Basketball may not be the most efficient weight-loss tool, but it can be very effective. Those who have a distaste for activities as austere and demanding as running may nevertheless find basketball useful because it combines fun and friendly competition with calorie-burning capability. Edit your diet and invest enough time and effort, and basketball can help you shed fat.
Creating a Calorie Deficit
If you're trying to lose weight, one of your motivations for exercising may be to burn more calories than you consume. This is known as a calorie deficit, according to Michigan State University. Diet is also an important part of weight loss because it can be difficult to create a calorie deficit if you consume too many calories. The quality of the calories matters too. You should eat a healthy diet filled with whole foods that are rich in fiber to nourish your body and suppress hunger.
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Calories Burned Playing Basketball
According to Harvard Medical School, a 155-pound person can burn around 288 calories in 30 minutes of playing basketball. However, a person with a higher body weight may expend more energy: A 185-pound individual can burn about 336 calories in 30 minutes of basketball.
Most sports, including basketball, are start and stop in nature. They may require considerable effort to play, but, in general, they may not burn as many calories as a continuous exercise such as vigorous running or cycling. For instance, per Harvard Medical School, a 155-pound person running 7.5 mph can burn 450 calories in 30 minutes, and a 155-pound person bicycling at 16 to 19 mph can burn about 432 calories in half an hour.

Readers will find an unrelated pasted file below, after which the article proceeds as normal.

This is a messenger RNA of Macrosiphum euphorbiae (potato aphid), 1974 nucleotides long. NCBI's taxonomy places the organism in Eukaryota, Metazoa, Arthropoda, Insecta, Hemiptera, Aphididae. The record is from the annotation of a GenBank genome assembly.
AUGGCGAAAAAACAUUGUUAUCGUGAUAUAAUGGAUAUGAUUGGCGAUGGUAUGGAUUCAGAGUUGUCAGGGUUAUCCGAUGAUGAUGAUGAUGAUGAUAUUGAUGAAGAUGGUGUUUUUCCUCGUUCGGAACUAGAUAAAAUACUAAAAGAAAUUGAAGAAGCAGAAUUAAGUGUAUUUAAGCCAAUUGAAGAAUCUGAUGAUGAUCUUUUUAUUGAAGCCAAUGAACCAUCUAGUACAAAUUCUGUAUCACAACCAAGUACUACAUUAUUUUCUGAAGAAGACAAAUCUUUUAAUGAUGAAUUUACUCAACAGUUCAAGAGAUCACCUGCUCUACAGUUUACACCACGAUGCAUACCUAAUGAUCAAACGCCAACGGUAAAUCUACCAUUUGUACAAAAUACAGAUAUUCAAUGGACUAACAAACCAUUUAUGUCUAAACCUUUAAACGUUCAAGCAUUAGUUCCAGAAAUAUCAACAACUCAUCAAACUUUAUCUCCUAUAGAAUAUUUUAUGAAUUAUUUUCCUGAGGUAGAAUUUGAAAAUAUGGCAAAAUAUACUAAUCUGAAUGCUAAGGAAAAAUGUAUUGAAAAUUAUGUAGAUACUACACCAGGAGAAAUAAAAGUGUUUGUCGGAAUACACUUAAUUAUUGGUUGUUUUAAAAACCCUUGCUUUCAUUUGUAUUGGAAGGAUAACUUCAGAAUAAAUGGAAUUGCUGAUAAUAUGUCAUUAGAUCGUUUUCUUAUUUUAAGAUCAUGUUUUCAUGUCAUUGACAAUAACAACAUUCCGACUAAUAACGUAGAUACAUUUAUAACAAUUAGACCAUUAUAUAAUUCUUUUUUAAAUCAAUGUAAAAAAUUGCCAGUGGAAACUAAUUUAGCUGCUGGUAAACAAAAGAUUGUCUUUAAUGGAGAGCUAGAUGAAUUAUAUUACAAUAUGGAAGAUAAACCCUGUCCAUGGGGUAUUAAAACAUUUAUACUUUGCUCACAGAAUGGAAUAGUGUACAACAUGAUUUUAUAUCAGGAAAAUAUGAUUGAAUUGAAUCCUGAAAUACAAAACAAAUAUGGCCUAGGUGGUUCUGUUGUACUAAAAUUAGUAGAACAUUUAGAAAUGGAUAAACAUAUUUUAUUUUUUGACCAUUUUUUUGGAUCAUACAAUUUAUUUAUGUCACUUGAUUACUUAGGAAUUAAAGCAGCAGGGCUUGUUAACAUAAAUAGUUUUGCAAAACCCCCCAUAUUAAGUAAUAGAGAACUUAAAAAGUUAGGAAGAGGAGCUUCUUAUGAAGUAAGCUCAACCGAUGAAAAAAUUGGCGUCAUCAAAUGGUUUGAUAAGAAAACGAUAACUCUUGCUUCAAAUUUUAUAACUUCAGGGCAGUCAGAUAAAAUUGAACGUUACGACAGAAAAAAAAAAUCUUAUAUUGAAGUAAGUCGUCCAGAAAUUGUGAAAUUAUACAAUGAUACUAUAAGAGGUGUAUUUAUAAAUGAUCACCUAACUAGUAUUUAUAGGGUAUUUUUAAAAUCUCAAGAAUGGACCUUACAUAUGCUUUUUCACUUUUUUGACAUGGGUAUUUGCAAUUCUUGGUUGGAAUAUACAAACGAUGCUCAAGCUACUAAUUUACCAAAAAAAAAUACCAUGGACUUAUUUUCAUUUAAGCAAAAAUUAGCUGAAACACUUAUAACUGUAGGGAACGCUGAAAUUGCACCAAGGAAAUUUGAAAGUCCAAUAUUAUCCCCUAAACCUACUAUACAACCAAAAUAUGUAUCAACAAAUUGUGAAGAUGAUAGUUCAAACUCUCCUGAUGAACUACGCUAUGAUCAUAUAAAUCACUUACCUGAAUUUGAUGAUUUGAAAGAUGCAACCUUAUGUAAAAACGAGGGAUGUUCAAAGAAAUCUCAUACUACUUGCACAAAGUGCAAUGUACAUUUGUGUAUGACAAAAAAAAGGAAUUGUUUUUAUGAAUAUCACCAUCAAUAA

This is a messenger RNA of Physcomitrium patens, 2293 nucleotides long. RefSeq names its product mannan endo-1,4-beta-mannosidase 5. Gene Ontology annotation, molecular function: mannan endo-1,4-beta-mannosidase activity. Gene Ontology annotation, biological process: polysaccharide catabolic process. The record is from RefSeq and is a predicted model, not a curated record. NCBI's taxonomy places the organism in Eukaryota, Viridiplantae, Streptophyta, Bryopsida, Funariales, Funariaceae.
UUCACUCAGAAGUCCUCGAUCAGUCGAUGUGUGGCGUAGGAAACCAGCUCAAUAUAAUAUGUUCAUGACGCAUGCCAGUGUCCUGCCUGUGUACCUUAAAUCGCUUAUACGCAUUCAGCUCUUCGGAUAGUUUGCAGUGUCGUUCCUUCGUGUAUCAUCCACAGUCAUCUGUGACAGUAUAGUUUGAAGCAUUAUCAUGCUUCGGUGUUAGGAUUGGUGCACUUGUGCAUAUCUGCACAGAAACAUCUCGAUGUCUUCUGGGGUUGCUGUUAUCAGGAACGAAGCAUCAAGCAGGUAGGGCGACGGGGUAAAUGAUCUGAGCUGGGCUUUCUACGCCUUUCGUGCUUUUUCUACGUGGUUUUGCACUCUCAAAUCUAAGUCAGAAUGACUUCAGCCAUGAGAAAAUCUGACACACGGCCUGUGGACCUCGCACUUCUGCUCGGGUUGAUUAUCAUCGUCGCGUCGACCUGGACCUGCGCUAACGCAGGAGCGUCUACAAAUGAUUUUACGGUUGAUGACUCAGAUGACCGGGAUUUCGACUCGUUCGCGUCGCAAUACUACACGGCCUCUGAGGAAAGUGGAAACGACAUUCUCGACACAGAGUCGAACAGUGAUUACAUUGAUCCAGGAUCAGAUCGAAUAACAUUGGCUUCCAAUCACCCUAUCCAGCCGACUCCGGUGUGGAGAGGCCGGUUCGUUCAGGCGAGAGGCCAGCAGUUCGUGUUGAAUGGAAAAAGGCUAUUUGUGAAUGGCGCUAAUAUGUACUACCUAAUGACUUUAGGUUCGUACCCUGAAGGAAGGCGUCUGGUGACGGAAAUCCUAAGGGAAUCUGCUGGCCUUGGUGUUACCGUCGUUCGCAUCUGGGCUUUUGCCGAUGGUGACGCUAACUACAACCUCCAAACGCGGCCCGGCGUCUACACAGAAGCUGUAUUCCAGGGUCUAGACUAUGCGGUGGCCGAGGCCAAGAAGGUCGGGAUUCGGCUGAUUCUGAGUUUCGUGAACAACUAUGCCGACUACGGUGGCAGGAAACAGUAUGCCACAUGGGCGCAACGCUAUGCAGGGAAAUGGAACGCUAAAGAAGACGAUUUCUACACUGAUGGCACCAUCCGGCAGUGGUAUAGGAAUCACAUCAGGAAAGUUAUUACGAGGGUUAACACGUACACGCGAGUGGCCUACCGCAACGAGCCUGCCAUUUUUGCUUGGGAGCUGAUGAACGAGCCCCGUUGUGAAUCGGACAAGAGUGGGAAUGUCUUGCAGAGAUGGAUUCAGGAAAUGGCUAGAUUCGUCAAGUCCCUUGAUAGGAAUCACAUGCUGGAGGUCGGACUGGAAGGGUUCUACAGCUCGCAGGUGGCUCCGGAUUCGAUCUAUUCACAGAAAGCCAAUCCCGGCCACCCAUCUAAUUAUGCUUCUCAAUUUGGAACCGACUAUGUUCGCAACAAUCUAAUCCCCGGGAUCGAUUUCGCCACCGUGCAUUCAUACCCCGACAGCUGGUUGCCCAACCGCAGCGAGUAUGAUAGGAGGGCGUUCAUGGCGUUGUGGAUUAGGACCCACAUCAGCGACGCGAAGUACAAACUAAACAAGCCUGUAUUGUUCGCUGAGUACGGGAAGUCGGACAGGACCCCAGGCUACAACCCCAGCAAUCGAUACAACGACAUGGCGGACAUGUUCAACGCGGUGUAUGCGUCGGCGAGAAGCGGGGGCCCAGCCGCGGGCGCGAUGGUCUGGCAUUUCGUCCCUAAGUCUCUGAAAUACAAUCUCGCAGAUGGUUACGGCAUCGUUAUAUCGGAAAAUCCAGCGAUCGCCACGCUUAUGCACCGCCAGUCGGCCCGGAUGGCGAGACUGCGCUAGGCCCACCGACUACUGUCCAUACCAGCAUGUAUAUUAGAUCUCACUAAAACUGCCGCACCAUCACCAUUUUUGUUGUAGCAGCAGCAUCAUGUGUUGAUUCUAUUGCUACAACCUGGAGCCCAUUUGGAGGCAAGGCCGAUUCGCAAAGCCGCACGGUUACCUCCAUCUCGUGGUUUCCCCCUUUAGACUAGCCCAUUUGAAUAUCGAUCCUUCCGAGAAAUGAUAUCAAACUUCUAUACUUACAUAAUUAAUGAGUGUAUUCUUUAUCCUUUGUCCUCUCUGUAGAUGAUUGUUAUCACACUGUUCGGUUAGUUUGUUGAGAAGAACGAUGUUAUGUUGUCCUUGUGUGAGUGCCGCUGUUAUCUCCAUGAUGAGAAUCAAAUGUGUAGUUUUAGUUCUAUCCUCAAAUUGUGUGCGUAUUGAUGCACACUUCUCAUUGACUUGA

Playing Basketball for Weight Loss
Contrary to what you may have heard, a 3,500-calorie deficit won't necessarily lead to a 1-pound body fat loss for everyone, according to the American Institute for Cancer Research (AICR). But the AICR says you can use an interactive tool, such as the one provided by the National Institutes of Health, to determine the approximate number of calories you should eat daily to lose a specified amount of weight over a specified period of time, depending on such variables as your weight, height, age, weight-loss goals and activity level.
The U.S. Department of Health and Human Services' Physical Activity Guidelines for Americans, 2nd Edition, recommends that adults get at least 150 minutes of moderate-intensity aerobic activity or 75 minutes of vigorous activity every week, but this is merely a baseline. You should feel free to play basketball for several hours a week if you enjoy it and can spare the time. However, basketball might work better as a supplement rather than the cornerstone of a weight-loss program. It can be a way to keep your weight-loss efforts entertaining, but it may not be as efficient at burning calories as simply running.
- Harvard Medical School: "Calories Burned in 30 Minutes for People of Three Different Weights"
- U.S. Department of Health and Human Services: "Physical Activity Guidelines for Americans, 2nd Edition"
- American Institute for Cancer Research: "The 3500-Calorie Weight Loss Myth"
- National Institutes of Health: "Body Weight Planner | Balancing Your Food and Activity"
- Michigan State University: "Physical Activity and Weight Loss"